At the thinnest levels, it is something that starts the process of distinguishing a chair that is just a chair, and a chair that is art.

And I have to believe in that distinction. I have to believe that the work I put into a piece gives it greater value than anything that can be turned out by a factory, and I have to believe that what sets it apart is not just that it's better built using superior materials. those tangible, physical things can be replicated if those factories have a mind to do so. So I have to believe it's the intangibles that really count in setting my work, and the work of others serious woodworkers, apart. And taking a lesson from the art world and inserting a piece of intimacy into everything built is a start along that path.

Once you make the decision to invest a part of yourself into a project, you start to look at that project a little differently. And maybe that little change in perspective is enough to show through in your work, and thereby change someone else's perspective about shop built furniture altogether.

I started with the tenons, writing messages both to the chest itself . . . 
. . . and to myself.
Some of the messages were thoughts on how I wanted the chest and it's contents to inspire and hold up to time, others were thoughts on the path of apprenticeship to mastery. Another was a message to myself, a reminder of my influences and advice for my future summed up into two words. The title of the first chapter in "The Anarchist's Tool Chest" "Disobey Me"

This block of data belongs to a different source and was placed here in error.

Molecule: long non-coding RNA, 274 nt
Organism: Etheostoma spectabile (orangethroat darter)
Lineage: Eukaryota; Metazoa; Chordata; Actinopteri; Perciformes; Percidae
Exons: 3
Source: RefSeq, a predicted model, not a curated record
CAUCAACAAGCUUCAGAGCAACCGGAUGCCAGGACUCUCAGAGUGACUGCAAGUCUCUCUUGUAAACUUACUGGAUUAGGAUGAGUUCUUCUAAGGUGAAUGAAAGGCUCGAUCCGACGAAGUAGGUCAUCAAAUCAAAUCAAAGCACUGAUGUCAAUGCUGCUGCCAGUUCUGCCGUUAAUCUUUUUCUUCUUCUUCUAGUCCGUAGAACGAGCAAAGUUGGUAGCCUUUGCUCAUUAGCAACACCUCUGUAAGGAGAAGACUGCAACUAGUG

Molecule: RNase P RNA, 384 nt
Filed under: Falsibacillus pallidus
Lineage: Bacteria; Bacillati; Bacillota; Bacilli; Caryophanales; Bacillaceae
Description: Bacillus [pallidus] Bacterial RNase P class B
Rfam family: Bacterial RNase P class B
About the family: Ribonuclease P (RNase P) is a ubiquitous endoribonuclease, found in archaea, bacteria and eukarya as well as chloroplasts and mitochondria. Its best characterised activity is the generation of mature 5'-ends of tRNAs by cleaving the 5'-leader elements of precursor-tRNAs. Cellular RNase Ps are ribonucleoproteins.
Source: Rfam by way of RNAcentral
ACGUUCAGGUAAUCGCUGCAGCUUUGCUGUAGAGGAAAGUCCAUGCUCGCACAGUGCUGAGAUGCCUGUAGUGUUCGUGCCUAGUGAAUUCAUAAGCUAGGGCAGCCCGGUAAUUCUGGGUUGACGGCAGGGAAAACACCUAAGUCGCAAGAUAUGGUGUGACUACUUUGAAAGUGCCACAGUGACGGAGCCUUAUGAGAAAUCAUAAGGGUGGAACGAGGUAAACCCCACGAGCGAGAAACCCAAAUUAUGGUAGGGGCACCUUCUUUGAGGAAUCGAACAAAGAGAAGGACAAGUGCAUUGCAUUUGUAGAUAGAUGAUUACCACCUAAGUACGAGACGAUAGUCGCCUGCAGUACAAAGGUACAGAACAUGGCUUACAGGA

This is a practice I plan to continue on every piece that passes through my hands, and I encourage you to try it as well. I know it sounds strange, but it helped me come to terms with this tool chest build. I dislike playing follow the leader on anything, I rarely use plans. As I started this project there was a voice in the back of my head that was giving me a hard time for following Chris Schwarz again. Even though I had wanted to build a chest for a long time, and even though a chest is the right solution for me now. I felt like the popularity of the book coupled with the fact that I've built a couple of his other projects made it feel like I was just buying in and selling out. Allowing someone else to substitute my judgement with their own.

Along the way I've had the feeling like I've been building Chris's Chest, even though I know that's bullshit, the critics in the back of my skull would herald and scream it at the top of their abilities. Sneaking in some hidden magic writing has somehow helped me reclaim this chest as my own. Yes I'm using Chris's ideas and plans for the most part, but I cannot argue with the logic of almost any of his choices. This is the strongest, most stable way I can think of to build a lid, and I don't want my desires of nonconformity to compromise my results.

I want the chest to both be mine, and I want it to be the smartest construction possible. I'm asking it to follow the divergent logic of the phrase "Disobey Me" and Thos Moser helped me to find that path. I'm not building Chris's Anarchist Tool Chest, I'm building an Oldwolf Workshop version of a traditional tool chest following the good advice of someone I've been reading for so long I consider his words like an old friend's.